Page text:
Galley Box 2

One of my regular correspondents - a sailor from Tasmania called John Hall - has sent me some great snaps of his galley box and also a few [pix and links to what has turned into a bit of dangerous picnic box fetish

 

That is bloody brilliant

 

Could not have put it better myself !

 

Tell me more about it

 

Best English wicker work, which has come up a treat with a bit of furniture polish.The dimensions are 345 wide 200 deep 255 high - in old money 131/2" by 8" by 10". It is amazingly compact. They were made by a posh company in Piccadilly for coach, train and the newly arrived motor car probably around 1910. Two fine china cups and sugar bowl, plates are rectangular in heavy white enamel as are the bicky boxes. Two steel knives and two EPS silver spoons. The tea kettle has a sprit lamp with fuel bottle and even a bundle of spare wicks. This setup must have been the grandfather of the Tranjia camp cooker !

 

 

Where did you get the pic

 

This one is in mint condition and will be my birthday and christmas present rolled into one when I launch SCAMP #15 - so I am a very lucky boy. Unfortunately not to be opened again until Christmas. We found it at the annual locale antique fair her in Launceston Tasmania. It had come out on a boat with somebody embarking at Tilbury dock - label was still attached.

 

The picture was my own so feel free to use it.  This one will only be used for special picnics on board I have been firmly told.  My intention is to start trying to make a modern version of the same after I launch SCAMP. I hope to keep the size about the same but use modern camp cooking gear, should keep me out of trouble for a while !

 

Here are a few pics of my current galley box - dimensions are 630 wide 370 deep 315 high - alas this is a bit to big for SCAMP but has served us well over a few years camping. Made from 6mm marine plywood and a bit of aluminium sheet to line out the cooker bay.

 

> What did you line the cooker compartment with and what is the

> fabric/carpet you used on the inside of the other compartments

 

Cooker compartment is lined with aluminium sheeting and the stuff that looks like carpet is actually the local version of Formica called Laminex. Laminex is not quite as bullet proof as the old style formica but a lot easier to cut and shape.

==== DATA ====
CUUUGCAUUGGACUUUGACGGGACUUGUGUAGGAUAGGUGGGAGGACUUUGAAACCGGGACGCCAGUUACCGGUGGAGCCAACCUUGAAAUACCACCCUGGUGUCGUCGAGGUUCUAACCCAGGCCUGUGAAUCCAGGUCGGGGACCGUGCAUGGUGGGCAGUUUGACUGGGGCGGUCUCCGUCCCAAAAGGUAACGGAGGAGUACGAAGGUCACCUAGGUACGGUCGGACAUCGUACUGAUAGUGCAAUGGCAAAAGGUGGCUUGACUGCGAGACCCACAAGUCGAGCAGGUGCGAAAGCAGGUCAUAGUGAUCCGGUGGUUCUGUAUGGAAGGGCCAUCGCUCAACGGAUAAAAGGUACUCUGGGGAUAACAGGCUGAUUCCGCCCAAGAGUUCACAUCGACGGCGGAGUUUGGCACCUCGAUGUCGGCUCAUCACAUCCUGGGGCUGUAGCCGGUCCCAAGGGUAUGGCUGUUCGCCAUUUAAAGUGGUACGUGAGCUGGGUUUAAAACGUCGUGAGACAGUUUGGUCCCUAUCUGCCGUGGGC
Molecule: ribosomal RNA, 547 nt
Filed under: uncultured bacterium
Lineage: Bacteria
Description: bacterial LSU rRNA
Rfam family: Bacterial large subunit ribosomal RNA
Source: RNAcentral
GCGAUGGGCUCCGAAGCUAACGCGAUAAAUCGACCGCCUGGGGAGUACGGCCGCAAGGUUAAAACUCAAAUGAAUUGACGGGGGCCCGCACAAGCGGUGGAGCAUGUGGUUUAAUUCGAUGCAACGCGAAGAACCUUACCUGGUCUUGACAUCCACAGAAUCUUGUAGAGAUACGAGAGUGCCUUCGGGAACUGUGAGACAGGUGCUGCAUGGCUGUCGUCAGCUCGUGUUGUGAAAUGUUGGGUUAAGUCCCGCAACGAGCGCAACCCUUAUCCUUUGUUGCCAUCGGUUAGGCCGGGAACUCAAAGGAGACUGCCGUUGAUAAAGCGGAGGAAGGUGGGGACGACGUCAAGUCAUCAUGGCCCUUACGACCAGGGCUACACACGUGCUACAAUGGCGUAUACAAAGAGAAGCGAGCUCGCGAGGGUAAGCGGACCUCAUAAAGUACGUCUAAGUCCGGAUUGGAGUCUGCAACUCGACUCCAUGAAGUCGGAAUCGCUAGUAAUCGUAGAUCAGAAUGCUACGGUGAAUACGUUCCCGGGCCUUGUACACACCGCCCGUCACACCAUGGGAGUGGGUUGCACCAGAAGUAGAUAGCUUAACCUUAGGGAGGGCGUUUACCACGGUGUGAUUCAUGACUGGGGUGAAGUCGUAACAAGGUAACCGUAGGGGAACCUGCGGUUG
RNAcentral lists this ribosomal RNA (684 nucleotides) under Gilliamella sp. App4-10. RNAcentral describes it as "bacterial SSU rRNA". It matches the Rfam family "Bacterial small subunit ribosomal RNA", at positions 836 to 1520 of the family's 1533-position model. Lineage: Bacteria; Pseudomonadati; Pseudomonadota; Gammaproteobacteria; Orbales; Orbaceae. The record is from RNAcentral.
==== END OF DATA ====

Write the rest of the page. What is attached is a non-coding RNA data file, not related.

>

> How did you stick it on

 

Both the aluminium and the Laminex were stuck down with impact adhesive similar to Evostick.

 

 

Hope this helps

 

JDH

 

 

This is about Dylan Winter's Blog, Hunter Minstrel, The sailing Gourmet.

4 Responses to “Galley Box 2”

  1. 15 June, 2012 at 7:15 pmClaire says:

    It looks interesting!

    Claire
    http://thesunovertheyardarm.com/

  2. 16 June, 2012 at 4:19 pm[email protected] says:

    For a little light reading on the history of the above visit http://www.waybacktimes.com/insideantiquespicnics.html O.K. now where was I before I got sidetracked?

  3. 21 June, 2012 at 6:54 pmMike says:

    I have always liked these. Sometimes this is known as a chuck box. See this:https://www.youtube.com/results?search_query=chuck+box&oq=chuck+box&aq=f&aqi=g7g-m3&aql=&gs_l=youtube.3..0l7j0i5l3.1345.3802.0.4743.9.8.0.1.1.0.266.915.5j2j1.8.0…0.0.Pmq4lN3wqEs

  4. 1 April, 2015 at 8:55 pmTed B. (Charging Rhino) says:

    I love the pre-Depression picnic kits designed for upscale travel by rail or early automobile. Wicker and fitted luggage sets with all the trimmings — and once-used it’s handed-back to the “downstairs” for cleaning and restocking. Now it’s a paper-wrapped burger in a plastic sack…yetch!!

    I have a collection of travel/picnic sets of different sizes, and a few wonderful fully-fitted custom-built travel desks with folding lids that foldout, fitted compartments and carrying handles. One’s a military senior-officer’s field desk; all steel footlocker on the outside, and fine Mahogany cabinetry and green baize-lined compartments and fitted drawers on the insides.

    Depending on what boat I wind-up with, I’m figuring or removing part of the galley and nav-station and rebuilding a proper fitted portable work-station. I agree with your system of being able to take part of the kit back-n-forth, and a place for everything.

    Who designs the galley on these boats anyway? “Sleeps 6”, but you can’t feed 4 for a long Bank Holiday with a struggle. Even the Cornish Crabber 26 — which I adore and have a bad case of boat-lust for — has the most minimalist galley. Where do you store supplies, gear, or prepare anything? The icebox only fits 2 six-packs or beer. http://uk.boats.com/boat-content/2012/08/crabber-26-a-modern-classic/

    Ninety-five thousand quid, and you THIS for a galley?
    http://uk.boats.com/boat-content/files/IMG_2434.jpg

    I’m increasingly in agreement that the ideal creek-n-coastal sailboat specification is “…drinks 6, feeds 4, sleeps 2, and can be safely sailed comfortably by one”.

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